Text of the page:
Forget the PIIGS, The Whole of Europe Is InsolventPolitics / Eurozone Debt Crisis Jun 26, 2012 - 03:16 AM GMT
Europe is heading into a full-scale disaster.
You see, the debt problems in Europe are not simply related to Greece. They are SYSTEMIC. The below chart shows the official Debt to GDP ratios for the major players in Europe.
As you can see, even the more “solvent” countries like Germany and France are sporting Debt to GDP ratios of 75% and 84% respectively.
These numbers, while bad, don’t account for unfunded liabilities. And Europe is nothing if not steeped in unfunded liabilities.
Let’s consider Germany. According to Axel Weber, former head of Germany’s Central Bank, Germany is in fact sitting on a REAL Debt to GDP ratio of over 200%. This is Germany… with unfunded liabilities equal to over TWO times its current GDP.
To put the insanity of this into perspective, Weber’s claim is akin to Ben Bernanke going on national TV and saying that the US actually owes more than $30 trillion and that the debt ceiling is in fact a joke.
What’s truly frightening about this is that Weber is most likely being conservative here. Jagadeesh Gokhale of the Cato Institute published a paper for EuroStat in 2009 claiming Germany’s unfunded liabilities are in fact closer to 418%.
And of course, Germany has yet to recapitalize its banks.
Indeed, by the German Institute for Economic Research’s OWN admission, German banks need 147 billion Euros’ worth of new capital.
To put this number into perspective TOTAL EQUITY at the top three banks in Germany is less than 100 billion Euros.
And this is GERMANY we’re talking about: the supposed rock-solid balance sheet of Europe. How bad do you think the other, less fiscally conservative EU members are?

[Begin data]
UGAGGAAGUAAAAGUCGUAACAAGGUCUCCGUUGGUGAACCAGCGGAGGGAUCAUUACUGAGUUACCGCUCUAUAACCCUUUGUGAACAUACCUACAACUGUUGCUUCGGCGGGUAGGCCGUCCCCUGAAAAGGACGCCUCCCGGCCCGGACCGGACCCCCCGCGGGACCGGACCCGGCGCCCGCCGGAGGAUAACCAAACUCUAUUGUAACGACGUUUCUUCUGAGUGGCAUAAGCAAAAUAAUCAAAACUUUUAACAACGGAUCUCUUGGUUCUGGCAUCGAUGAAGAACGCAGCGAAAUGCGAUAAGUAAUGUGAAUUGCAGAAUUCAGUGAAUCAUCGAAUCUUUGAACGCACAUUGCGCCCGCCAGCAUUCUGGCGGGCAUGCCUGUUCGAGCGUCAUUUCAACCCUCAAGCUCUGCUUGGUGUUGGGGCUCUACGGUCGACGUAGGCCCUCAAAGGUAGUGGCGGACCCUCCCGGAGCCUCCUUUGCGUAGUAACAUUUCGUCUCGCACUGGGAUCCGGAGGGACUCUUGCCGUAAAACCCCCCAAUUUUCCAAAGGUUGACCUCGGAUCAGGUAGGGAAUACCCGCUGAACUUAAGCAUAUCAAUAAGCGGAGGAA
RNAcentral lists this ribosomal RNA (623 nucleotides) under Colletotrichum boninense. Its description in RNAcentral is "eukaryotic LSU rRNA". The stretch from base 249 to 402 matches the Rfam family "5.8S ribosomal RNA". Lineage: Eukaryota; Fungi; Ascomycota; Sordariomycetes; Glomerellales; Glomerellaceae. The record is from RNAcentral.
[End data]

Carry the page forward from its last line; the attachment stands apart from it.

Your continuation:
Think BAD. As in systemic collapse bad.
Indeed, let’s consider TOTAL debt sitting on Financial Institutions’ balance sheets in Europe. The below chart shows this number for financial institutions in several major EU members relative to their country’s 2010 GDP.
|Country||Financial Institutions’ Gross Debt as a % of GDP|
|EU as a whole||
As you can see, financial institutions in Germany, France, Italy, Spain, the UK, and Ireland are all ticking time bombs.
Indeed, taken as a whole, European financial institutions have more debt than Europe’s ENTIRE GDP. Let’s compare the situation there to that in the US banking system.
Taken as a whole, the US banking system is leveraged at 13 to 1. Leverage levels at the TBTFs are much much higher… but when you add them in with the 8,100+ other banks in the US, total US bank leverage is 13 to 1.
The European banking system as a whole is leveraged at nearly twice this at over 26 to 1. That’s the ENTIRE European Banking system leveraged at near Lehman levels (Lehman was 30 to 1 when it collapsed).
To put this into perspective, with a leverage level of 26 to 1, you only need a 4% drop in asset prices to wipe out ALL capital. What are the odds that European bank assets fall 4% in value in the near future as the PIIGS continue to collapse?
These leverage levels alone position Europe for a full-scale banking collapse on par with Lehman Brothers. Again, I’m talking about Europe’s ENTIRE banking system collapsing.
This is not a question of “if,” it is a question of “when.” And it will very likely happen before the end of 2012.
The reason that this is guaranteed to happen before the end of 2012 is that a HUGE percentage of European bank debt needs to be rolled over by the end of 2012.
I trust at this point you are beginning to see why any expansion of the EFSF or additional European bailouts is ultimately pointless: Europe’s ENTIRE BANKING SYSTEM as a whole is insolvent. Even a 4-10% drop in asset prices would wipe out ALL equity at many European banks.
On that note I believe we have at most a month or two and possibly even as little as a few weeks to prepare for the next round of the EU Crisis.
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